How does the auto industry get people to warm up today to the prospect of riding in self-driving cars tomorrow?
One way to stoke public interest – and in many ways allay fears about letting the car take over driving responsibilities – is to get people into the prototypical experimental autonomous vehicles that are around today.
So says Mark Rosekind, chief safety innovation officer at autonomous vehicle company Zoox. He’s a former administrator of the National Highway Traffic Highway Admin.
“There’s an opportunity to give demo rides,” he says during a session at the Center for Automotive Research’s Management Briefing Seminars, an annual auto conference held in Traverse City, MI.
He’s talking about controlled situations, not setting people loose on their own up and down public streets.
But to engender public trust in what seems destined to be a transportation world game changer, “we need to get butts in the seats” of the fully autonomous vehicles the industry has built so far.
Doing so will go a long way toward fostering public acceptance of such a major, behavior-altering innovation, Rosekind says. “People will say, ‘This is great. I can sleep, read while the car drives me.’”
Zoox has built a self-driving vehicle, in part, to help build public trust, Rosekind says.
The purpose-built vehicle is for riders, not drivers. There’s no steering wheel but there are about 100 safety innovations for rider protection, he says. “It shows what you can do if you build from the ground up, building safety into the system.”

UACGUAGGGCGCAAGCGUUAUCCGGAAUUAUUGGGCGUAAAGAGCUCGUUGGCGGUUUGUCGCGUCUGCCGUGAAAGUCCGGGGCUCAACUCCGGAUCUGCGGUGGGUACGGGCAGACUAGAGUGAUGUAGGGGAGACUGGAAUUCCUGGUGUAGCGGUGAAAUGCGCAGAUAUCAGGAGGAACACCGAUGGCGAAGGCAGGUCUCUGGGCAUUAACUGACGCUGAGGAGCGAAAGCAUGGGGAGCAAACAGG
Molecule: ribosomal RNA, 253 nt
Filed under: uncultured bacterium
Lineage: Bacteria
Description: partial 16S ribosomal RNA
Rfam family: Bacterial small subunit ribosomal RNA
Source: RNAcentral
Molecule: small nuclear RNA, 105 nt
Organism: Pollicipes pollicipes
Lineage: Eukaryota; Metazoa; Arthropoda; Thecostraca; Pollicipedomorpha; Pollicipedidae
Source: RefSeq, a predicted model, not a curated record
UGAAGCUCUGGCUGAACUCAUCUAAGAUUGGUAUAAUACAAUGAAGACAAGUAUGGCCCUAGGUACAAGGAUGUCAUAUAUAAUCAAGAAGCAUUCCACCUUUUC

In pitching autonomous vehicles to the public, “we need to back what we say with data, (make) transparency and experience,” says Rosekind.
Referring to the advanced driver-assist systems on modern vehicles today and that will be on self-driving vehicles of tomorrow, Zachary Bolton, (left) head of R&D for Holistic Engineering and Technologies at Continental’s North American operation, says: “We’re talking about humans here. We need for them to understand what we’re doing to their vehicles and why.”
Various surveys indicate many people, particularly older generations, are wary of ceding driving responsibilities to self-driving cars. J.D. Power qualified one such survey by noting it is tricky to get consumers’ take on an automotive product they’ve never been in and isn’t on the market yet. (Opinions vary as to when autonomous vehicles will become mainstream. Early predictions were overly optimistic.)
Younger people appear more receptive than their elders to the idea of riding in a self-driving car, according to a Cox Automotive survey that included children’s opinions.
Isabelle Helms, who heads Cox research operations, noted an interesting survey result when it comes to what kids think: Children of an age where they are relegated to riding in the backseat of a family vehicle were more likely to say they would be OK with letting a prospective autonomous vehicle do the driving.
But when children become old enough to move up to the front passenger seat, their attitude can change. That group was more prone to say that when they become of age they want to do the driving, not have the car do it for them, the Cox survey said.
Steve Finlay is a retired WardsAuto senior editor. He can be reached at [email protected].